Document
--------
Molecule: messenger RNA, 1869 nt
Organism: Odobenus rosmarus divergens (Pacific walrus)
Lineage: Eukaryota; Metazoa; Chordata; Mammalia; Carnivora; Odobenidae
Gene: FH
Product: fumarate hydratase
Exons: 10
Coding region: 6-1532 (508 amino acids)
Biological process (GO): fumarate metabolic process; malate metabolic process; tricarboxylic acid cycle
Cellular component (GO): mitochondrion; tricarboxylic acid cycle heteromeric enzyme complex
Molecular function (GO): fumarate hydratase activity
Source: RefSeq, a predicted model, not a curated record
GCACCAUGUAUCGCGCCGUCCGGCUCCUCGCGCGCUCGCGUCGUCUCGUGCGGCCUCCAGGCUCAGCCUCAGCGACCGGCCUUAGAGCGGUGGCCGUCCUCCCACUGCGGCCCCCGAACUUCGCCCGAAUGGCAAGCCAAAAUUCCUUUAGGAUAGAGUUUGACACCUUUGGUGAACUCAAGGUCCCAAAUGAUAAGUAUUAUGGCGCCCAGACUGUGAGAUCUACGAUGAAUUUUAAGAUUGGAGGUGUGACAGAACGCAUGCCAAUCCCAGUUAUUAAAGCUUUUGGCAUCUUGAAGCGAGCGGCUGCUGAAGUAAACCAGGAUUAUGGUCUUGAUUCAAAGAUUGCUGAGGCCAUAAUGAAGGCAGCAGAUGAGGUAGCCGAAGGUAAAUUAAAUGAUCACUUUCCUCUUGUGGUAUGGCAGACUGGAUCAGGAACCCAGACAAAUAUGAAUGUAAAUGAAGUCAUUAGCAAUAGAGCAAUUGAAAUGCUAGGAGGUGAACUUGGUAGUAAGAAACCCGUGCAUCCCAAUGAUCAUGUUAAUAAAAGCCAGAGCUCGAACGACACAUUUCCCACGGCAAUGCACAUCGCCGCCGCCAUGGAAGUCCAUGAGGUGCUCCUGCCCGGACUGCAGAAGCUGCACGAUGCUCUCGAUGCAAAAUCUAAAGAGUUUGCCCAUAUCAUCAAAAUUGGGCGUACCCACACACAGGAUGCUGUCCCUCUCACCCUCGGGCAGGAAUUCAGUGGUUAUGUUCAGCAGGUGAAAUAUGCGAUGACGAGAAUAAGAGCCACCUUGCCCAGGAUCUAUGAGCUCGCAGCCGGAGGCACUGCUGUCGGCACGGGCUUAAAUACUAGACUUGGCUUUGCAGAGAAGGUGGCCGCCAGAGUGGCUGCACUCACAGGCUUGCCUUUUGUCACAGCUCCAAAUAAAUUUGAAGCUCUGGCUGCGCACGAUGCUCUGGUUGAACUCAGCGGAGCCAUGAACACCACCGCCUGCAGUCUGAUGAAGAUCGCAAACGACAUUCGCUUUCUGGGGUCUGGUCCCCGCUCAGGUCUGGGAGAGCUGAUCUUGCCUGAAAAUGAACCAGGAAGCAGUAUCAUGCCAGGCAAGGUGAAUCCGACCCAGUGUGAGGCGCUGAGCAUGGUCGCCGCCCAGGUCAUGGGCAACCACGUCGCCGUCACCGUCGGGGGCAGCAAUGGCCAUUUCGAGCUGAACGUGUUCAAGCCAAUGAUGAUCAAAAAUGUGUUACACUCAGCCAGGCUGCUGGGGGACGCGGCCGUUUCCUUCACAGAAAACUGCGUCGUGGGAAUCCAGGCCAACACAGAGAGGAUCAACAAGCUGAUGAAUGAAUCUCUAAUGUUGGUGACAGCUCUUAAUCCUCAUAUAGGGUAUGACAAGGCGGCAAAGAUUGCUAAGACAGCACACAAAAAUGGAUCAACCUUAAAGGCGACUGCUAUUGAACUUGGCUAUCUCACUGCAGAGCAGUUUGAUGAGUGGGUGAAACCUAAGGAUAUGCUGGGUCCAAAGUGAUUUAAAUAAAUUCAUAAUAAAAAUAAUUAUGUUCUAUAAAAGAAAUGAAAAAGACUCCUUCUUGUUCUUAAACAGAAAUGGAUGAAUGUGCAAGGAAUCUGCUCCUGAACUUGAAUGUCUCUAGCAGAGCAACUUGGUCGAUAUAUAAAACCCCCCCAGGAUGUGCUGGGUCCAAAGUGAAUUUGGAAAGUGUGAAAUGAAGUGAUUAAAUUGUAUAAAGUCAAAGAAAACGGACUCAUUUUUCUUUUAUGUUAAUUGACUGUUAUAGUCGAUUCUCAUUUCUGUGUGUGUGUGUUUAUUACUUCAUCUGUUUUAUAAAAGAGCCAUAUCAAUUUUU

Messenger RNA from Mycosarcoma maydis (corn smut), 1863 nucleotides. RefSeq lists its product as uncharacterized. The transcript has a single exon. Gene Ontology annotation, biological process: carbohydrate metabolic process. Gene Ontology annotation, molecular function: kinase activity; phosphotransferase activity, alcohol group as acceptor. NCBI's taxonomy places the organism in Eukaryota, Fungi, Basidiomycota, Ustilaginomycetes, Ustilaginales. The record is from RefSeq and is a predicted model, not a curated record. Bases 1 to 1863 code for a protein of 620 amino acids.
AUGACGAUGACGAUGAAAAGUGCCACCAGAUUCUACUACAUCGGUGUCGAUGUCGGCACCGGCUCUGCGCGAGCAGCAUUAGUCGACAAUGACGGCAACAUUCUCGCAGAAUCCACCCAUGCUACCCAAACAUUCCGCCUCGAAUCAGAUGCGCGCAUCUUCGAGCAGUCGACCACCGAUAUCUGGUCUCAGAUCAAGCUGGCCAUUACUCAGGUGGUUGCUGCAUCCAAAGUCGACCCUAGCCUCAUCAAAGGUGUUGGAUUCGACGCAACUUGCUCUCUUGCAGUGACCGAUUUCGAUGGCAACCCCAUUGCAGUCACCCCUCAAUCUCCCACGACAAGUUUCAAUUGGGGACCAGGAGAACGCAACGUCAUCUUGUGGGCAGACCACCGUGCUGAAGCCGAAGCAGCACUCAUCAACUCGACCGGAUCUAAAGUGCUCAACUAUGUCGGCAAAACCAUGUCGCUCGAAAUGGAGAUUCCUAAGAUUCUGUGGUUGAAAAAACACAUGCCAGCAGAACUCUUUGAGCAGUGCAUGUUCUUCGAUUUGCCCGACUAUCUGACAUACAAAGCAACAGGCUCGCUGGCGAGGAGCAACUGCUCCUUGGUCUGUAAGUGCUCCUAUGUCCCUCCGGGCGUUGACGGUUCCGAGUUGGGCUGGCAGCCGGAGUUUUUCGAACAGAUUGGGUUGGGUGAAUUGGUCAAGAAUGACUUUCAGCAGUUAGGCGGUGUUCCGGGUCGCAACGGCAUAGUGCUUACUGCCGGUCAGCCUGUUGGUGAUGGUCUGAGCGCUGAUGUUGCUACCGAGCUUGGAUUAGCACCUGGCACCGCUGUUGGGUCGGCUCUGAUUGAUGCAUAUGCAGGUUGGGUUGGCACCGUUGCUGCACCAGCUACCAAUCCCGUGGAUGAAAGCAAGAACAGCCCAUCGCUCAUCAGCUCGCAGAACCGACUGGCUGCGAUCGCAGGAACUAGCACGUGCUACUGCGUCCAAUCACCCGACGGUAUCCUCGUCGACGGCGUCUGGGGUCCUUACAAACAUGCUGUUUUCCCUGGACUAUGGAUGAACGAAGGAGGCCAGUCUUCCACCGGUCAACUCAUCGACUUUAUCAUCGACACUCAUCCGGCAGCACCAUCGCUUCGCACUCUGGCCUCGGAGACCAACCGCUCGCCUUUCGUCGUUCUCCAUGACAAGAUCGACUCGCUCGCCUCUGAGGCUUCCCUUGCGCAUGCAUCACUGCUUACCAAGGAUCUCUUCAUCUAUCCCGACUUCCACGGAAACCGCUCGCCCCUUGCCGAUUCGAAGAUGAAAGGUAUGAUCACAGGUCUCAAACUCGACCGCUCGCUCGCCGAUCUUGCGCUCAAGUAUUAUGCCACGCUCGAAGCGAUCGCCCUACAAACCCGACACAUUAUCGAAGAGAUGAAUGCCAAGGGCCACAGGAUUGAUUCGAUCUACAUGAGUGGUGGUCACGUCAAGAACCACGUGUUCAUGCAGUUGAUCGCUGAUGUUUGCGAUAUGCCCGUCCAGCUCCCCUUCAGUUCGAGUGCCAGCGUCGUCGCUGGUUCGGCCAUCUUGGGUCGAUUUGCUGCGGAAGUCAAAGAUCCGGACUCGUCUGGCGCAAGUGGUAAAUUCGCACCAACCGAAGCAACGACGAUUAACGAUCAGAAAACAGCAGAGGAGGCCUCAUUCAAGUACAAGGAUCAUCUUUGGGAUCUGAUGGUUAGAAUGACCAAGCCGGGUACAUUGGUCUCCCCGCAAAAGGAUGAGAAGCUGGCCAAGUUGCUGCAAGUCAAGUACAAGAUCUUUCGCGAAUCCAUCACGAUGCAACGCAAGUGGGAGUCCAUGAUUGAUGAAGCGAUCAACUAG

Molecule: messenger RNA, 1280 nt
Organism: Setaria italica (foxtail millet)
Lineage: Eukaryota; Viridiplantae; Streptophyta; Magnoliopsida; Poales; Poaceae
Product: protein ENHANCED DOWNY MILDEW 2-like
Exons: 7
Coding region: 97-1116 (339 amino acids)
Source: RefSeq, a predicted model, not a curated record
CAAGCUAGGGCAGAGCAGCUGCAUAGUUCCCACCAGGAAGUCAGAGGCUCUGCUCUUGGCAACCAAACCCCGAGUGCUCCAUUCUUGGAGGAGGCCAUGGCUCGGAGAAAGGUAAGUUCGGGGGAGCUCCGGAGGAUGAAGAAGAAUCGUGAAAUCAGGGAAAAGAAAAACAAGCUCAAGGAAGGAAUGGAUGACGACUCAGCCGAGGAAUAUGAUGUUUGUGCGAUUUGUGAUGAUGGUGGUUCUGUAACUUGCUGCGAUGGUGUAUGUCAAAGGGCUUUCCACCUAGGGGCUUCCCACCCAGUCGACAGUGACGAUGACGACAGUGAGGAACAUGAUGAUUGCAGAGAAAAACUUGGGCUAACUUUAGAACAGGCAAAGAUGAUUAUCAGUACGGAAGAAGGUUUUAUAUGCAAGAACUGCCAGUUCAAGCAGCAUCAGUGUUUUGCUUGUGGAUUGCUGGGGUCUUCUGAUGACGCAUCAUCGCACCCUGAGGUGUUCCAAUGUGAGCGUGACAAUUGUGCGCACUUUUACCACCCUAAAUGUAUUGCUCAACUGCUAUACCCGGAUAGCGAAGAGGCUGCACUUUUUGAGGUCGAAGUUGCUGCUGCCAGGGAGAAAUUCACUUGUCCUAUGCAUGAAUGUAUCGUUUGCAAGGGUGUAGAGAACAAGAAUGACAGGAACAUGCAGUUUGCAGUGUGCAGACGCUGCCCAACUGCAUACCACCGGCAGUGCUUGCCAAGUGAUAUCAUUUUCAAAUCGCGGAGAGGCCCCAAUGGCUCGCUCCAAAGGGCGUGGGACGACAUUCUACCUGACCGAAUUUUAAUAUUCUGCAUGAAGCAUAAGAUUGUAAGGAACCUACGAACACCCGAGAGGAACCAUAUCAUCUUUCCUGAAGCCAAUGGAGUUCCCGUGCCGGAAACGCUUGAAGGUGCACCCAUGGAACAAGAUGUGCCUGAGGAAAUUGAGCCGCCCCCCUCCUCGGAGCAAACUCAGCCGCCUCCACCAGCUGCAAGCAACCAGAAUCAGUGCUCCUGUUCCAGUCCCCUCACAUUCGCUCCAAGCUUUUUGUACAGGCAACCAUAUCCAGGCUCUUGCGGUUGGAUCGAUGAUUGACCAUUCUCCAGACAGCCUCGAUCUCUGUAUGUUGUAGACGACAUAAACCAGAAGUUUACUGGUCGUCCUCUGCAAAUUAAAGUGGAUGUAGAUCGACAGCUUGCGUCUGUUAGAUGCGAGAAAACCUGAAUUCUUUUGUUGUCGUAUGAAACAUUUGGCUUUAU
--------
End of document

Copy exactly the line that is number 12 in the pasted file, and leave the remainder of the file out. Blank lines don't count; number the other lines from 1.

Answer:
GCACCAUGUAUCGCGCCGUCCGGCUCCUCGCGCGCUCGCGUCGUCUCGUGCGGCCUCCAGGCUCAGCCUCAGCGACCGGCCUUAGAGCGGUGGCCGUCCUCCCACUGCGGCCCCCGAACUUCGCCCGAAUGGCAAGCCAAAAUUCCUUUAGGAUAGAGUUUGACACCUUUGGUGAACUCAAGGUCCCAAAUGAUAAGUAUUAUGGCGCCCAGACUGUGAGAUCUACGAUGAAUUUUAAGAUUGGAGGUGUGACAGAACGCAUGCCAAUCCCAGUUAUUAAAGCUUUUGGCAUCUUGAAGCGAGCGGCUGCUGAAGUAAACCAGGAUUAUGGUCUUGAUUCAAAGAUUGCUGAGGCCAUAAUGAAGGCAGCAGAUGAGGUAGCCGAAGGUAAAUUAAAUGAUCACUUUCCUCUUGUGGUAUGGCAGACUGGAUCAGGAACCCAGACAAAUAUGAAUGUAAAUGAAGUCAUUAGCAAUAGAGCAAUUGAAAUGCUAGGAGGUGAACUUGGUAGUAAGAAACCCGUGCAUCCCAAUGAUCAUGUUAAUAAAAGCCAGAGCUCGAACGACACAUUUCCCACGGCAAUGCACAUCGCCGCCGCCAUGGAAGUCCAUGAGGUGCUCCUGCCCGGACUGCAGAAGCUGCACGAUGCUCUCGAUGCAAAAUCUAAAGAGUUUGCCCAUAUCAUCAAAAUUGGGCGUACCCACACACAGGAUGCUGUCCCUCUCACCCUCGGGCAGGAAUUCAGUGGUUAUGUUCAGCAGGUGAAAUAUGCGAUGACGAGAAUAAGAGCCACCUUGCCCAGGAUCUAUGAGCUCGCAGCCGGAGGCACUGCUGUCGGCACGGGCUUAAAUACUAGACUUGGCUUUGCAGAGAAGGUGGCCGCCAGAGUGGCUGCACUCACAGGCUUGCCUUUUGUCACAGCUCCAAAUAAAUUUGAAGCUCUGGCUGCGCACGAUGCUCUGGUUGAACUCAGCGGAGCCAUGAACACCACCGCCUGCAGUCUGAUGAAGAUCGCAAACGACAUUCGCUUUCUGGGGUCUGGUCCCCGCUCAGGUCUGGGAGAGCUGAUCUUGCCUGAAAAUGAACCAGGAAGCAGUAUCAUGCCAGGCAAGGUGAAUCCGACCCAGUGUGAGGCGCUGAGCAUGGUCGCCGCCCAGGUCAUGGGCAACCACGUCGCCGUCACCGUCGGGGGCAGCAAUGGCCAUUUCGAGCUGAACGUGUUCAAGCCAAUGAUGAUCAAAAAUGUGUUACACUCAGCCAGGCUGCUGGGGGACGCGGCCGUUUCCUUCACAGAAAACUGCGUCGUGGGAAUCCAGGCCAACACAGAGAGGAUCAACAAGCUGAUGAAUGAAUCUCUAAUGUUGGUGACAGCUCUUAAUCCUCAUAUAGGGUAUGACAAGGCGGCAAAGAUUGCUAAGACAGCACACAAAAAUGGAUCAACCUUAAAGGCGACUGCUAUUGAACUUGGCUAUCUCACUGCAGAGCAGUUUGAUGAGUGGGUGAAACCUAAGGAUAUGCUGGGUCCAAAGUGAUUUAAAUAAAUUCAUAAUAAAAAUAAUUAUGUUCUAUAAAAGAAAUGAAAAAGACUCCUUCUUGUUCUUAAACAGAAAUGGAUGAAUGUGCAAGGAAUCUGCUCCUGAACUUGAAUGUCUCUAGCAGAGCAACUUGGUCGAUAUAUAAAACCCCCCCAGGAUGUGCUGGGUCCAAAGUGAAUUUGGAAAGUGUGAAAUGAAGUGAUUAAAUUGUAUAAAGUCAAAGAAAACGGACUCAUUUUUCUUUUAUGUUAAUUGACUGUUAUAGUCGAUUCUCAUUUCUGUGUGUGUGUGUUUAUUACUUCAUCUGUUUUAUAAAAGAGCCAUAUCAAUUUUU